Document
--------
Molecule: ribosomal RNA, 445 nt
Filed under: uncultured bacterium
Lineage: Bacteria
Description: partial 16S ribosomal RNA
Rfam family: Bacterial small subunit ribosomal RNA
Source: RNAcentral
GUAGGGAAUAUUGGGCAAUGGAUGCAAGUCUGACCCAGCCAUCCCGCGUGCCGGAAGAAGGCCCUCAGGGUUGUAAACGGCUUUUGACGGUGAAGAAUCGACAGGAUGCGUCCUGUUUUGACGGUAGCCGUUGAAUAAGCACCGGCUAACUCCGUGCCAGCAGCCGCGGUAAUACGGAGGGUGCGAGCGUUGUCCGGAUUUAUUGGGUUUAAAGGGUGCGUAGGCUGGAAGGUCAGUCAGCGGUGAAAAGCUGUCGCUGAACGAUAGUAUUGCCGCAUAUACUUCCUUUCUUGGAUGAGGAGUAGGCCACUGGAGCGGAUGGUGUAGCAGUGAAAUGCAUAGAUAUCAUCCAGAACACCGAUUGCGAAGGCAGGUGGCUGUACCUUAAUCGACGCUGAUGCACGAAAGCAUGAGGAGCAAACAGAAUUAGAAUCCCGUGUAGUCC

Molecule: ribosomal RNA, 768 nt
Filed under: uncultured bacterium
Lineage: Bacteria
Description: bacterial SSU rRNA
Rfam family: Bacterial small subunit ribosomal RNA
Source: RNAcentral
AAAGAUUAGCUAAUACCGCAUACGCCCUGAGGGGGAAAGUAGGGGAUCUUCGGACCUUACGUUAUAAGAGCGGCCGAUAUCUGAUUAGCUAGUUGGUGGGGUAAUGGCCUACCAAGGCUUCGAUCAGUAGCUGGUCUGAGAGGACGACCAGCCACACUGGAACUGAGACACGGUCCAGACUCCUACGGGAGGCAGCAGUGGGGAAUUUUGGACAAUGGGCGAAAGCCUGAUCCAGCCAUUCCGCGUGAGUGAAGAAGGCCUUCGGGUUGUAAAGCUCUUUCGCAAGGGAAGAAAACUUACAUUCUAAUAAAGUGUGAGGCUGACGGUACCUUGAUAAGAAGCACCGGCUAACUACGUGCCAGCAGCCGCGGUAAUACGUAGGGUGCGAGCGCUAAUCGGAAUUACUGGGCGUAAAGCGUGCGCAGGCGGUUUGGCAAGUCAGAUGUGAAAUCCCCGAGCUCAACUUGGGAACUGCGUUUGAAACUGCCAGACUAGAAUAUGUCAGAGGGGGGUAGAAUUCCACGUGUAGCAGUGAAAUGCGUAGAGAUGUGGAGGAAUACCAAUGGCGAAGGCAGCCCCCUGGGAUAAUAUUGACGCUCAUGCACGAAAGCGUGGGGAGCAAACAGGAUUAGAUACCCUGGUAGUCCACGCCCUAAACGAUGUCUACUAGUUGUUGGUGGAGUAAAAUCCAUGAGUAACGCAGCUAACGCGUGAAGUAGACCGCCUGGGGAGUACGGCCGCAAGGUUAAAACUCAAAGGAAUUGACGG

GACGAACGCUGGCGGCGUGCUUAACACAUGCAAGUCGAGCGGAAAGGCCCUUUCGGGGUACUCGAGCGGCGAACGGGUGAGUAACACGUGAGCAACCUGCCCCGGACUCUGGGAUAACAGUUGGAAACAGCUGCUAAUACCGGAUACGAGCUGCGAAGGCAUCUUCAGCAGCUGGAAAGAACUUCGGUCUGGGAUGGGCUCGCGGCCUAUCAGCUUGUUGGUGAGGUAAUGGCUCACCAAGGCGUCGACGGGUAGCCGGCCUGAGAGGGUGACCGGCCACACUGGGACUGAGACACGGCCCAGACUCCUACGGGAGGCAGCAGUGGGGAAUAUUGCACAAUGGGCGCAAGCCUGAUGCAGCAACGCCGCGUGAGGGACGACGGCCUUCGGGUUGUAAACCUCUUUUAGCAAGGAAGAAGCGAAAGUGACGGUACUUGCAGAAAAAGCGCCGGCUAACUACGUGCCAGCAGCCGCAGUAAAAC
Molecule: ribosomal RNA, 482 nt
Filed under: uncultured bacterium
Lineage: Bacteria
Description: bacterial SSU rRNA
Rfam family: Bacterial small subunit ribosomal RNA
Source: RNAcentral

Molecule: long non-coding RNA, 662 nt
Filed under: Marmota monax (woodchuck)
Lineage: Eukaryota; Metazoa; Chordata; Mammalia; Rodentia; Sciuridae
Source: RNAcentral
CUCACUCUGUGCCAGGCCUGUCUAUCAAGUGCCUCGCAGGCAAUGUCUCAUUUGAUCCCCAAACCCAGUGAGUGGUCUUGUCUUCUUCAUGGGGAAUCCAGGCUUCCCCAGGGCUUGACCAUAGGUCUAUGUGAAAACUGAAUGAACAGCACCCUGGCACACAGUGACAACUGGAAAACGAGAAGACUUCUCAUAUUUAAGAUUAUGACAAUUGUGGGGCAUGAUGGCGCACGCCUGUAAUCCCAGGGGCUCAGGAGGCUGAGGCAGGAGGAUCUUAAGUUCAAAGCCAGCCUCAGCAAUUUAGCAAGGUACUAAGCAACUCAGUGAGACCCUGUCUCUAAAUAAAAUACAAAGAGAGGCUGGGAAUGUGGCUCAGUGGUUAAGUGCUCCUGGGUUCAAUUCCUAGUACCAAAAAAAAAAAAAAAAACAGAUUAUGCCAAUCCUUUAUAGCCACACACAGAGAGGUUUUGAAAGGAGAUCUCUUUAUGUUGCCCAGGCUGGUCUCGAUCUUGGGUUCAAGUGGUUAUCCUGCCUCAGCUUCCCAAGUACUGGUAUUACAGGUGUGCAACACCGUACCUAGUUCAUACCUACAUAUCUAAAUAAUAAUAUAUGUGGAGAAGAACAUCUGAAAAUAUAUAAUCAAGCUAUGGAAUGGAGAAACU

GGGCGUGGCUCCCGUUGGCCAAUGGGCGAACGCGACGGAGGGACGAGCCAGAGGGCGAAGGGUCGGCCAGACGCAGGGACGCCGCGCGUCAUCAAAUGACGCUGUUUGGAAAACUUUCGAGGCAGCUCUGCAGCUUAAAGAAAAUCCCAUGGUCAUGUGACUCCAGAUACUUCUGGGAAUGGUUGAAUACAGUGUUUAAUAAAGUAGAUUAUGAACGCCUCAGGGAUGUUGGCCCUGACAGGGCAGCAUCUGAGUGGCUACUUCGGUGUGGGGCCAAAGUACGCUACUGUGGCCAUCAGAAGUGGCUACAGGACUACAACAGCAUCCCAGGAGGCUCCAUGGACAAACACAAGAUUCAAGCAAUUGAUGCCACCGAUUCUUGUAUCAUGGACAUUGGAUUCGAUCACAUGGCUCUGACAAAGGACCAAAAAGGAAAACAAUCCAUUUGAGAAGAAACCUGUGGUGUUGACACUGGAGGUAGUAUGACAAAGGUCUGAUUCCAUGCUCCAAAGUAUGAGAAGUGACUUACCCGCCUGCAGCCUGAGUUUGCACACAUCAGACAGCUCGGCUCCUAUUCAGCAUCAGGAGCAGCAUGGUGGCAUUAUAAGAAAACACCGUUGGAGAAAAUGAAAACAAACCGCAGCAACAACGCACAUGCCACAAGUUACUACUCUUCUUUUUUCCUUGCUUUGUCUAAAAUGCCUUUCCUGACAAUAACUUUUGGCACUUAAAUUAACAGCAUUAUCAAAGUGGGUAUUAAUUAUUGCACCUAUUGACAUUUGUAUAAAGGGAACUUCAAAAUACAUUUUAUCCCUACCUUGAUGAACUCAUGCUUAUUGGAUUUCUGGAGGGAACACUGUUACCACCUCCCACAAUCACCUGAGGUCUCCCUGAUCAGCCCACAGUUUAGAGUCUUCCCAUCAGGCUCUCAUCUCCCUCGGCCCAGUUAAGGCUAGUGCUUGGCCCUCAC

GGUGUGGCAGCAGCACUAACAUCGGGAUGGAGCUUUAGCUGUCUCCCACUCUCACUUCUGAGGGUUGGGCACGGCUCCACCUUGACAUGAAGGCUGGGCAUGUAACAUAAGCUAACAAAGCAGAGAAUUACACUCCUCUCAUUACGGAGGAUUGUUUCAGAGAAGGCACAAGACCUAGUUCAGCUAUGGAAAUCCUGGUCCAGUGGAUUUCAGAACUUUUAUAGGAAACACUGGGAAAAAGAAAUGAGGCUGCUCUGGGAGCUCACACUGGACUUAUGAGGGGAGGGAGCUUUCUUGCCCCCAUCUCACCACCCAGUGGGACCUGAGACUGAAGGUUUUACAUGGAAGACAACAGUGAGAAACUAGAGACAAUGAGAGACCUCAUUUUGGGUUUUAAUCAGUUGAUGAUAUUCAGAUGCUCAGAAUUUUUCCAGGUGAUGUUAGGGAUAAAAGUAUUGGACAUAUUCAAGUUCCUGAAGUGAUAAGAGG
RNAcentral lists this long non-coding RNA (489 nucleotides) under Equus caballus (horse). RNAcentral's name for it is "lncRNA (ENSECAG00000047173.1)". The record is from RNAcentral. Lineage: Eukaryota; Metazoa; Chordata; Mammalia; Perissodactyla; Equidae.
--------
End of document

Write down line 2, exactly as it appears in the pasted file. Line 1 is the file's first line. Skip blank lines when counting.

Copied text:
Filed under: uncultured bacterium